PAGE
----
Vince walked over to Eric's desk to check out the new functions he'd just created, and while he waited for Eric to bring up the appropriate data, Vince rested his hands on his shoulders, gentle, easy.

As one of those people who do not need rules of standard behaviour, there was nothing wrong with Vince putting his hands down like that. They are good hands, strong, restful.

I could have wept for someone's hands on my shoulders, protective for no reason. Easy.

People underestimate the need for the touch of another. It feels like I haven't been touched, truly touched, in ages. I was so thirsty for something that I didn't even know that I needed, but an easy need to fufill. All it took was a simple hand on my shoulder, a hand on my wrist, a plea to stop my tears. Reassurance that I am real, that I have a physical presence, becoming aware of a need at the same time that it's fufilled.


And how was I to know, much later, that you felt it too, that you felt more with that touch than I did. That night, you took my hand and confessed an attraction to me, I stared dumbly, not sure what I should say. And two nights later we had our first kiss at five in the morning.

And months, almost a year later, it's still about you. We sit in the movies together, my left hand crosses my body and grips the edge of the cupholder between our seats and your right hand is doing the same. There are mere millimeters between our skin, but it feels like miles, and I ache for you. Your hand brushes against mine, and I nearly pass out from the contact.

Just friends.

Thoughts.
Hours.
Days.
Months.
Years now I've spent on this thing. Bits of data. Lines of code upon lines of code. The time slips away very quickly. Yet I don't seem to have much to show. Maybe that's why I'm obsessed with productivity.

I'm here... In this cold computer world I've helped to build. I spend days looking at the artificial... that which is made by hands before mine, the godfathers of code, as I shall be one day. I look at nothing but this mound of human thought brought into being, and with something so totally human, it is at the same time so cold, and uninviting. The sharpened perfection of it all. The standards held high to make our tools more precise and more intelligent. It's an edge we balance on.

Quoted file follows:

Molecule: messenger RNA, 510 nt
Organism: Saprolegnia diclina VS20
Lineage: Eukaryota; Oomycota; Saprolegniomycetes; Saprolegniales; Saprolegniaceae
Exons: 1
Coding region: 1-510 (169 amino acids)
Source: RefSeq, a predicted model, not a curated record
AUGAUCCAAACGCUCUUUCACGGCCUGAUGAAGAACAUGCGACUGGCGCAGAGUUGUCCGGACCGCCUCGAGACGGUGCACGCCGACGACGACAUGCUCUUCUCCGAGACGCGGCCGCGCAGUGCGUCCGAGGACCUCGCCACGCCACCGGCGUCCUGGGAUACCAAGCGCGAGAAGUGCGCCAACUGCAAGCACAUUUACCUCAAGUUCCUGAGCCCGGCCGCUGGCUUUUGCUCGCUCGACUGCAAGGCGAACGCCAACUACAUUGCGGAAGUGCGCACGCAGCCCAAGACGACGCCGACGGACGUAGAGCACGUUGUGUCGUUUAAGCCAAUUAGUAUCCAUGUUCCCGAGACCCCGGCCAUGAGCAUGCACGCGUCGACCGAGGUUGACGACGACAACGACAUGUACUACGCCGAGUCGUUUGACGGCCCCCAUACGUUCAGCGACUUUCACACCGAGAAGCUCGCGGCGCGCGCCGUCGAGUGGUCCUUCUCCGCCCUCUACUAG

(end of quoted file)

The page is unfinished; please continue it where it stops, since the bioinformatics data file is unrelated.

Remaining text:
I miss her. She's hours away now. We used to share the same bed, the same thoughts, the same embrace at night. We are still together in spirit, but I'm wrenched apart from her once more. She made this world have a heart; she gave it a soul. She gives me a reason to explore this cold cave of intellect every day.

To spend these fleeting minutes knowing that there is humanity somewhere in my life. To know that the same human hug from her smiling person can make all the cares fall apart. The same simple act that has warmed mankind for centuries still has it's wonder. To remember what it was like to sleep soundly feeling her nestled safely in my arms. The quiet rise and fall of her breast; the gentle beating of a soothed heart. Knowing that I was her contentment was contenting in itself. To know that it is gone for now, and a part of my humanity on hiatus, until I can get that back.

People just aren't the same. I see what it does to people in my profession. Those who don't find someone are warped, changed... It's hard to describe. I see them driven by a cold, cruel sense of purpose. Their machine becomes their contact... their soruce of warmth, and they never quite find their soul apart from the cycles they spin.

I don't want to become that person. Not again. Never again. I drive my life, my day, and my ambition around that. To be able to tackle the world seems more managable, more appealing, more full, if I could feel that comfort surround me, even for half an hour. It gives my life more meaning...

just to have some human contact.

<--Uptime | Park Ethereal | Downtime-->

Human contact
Park Ethereal - Chapter 13

We ate our sandwiches while sitting against the wall where I'd first met her. That was where I risked her labeling me crazy. I looked at her, sitting next to me; she was finishing her sandwich, licking mayonnaise off her fingers. Through that sense the human skin has to detect a fixed stare, she turned to me.

"What?"

I answered slowly, with a question. "What's the date?"

"What's the date?"

"Yes."

Slight comprehension showed in her eyes. "Oh, is this from the, um…the…"

I rescued her. "No, but let's say it is."

Obviously confused, she told me. It wasn't 1974. It wasn't the present I'd expected, though. I guess, actually, I hadn't really expected it due to the lack of snow. I gazed back at her levelly.

"October?"

"Um, ye-e-es." Her smile was radiant, a slightly crooked tooth making it completely memorable and recallable in this age of plastic beauty and affordable physiques. "Was that what you thought it was?"

I leaned back against the wall. "No. No, not really." I shook my head.

"What's wrong?"

"I'm just…confused." I rubbed my face, forgetting about supper; grimaced, and did it again with a napkin to remove the mayo. "I really have no idea what I'm doing here. Now. Whatever."

She eyed me. "You're eating a sandwich. You're talking to me."

I smiled at her. "You're right. Doing a poor job of it too." I cast about me and came up with the second half of my sandwich, took a bite and thought fixedly about the visible reality of the food. I wondered if it'd still be in my stomach in 1974, whenever that was next to be?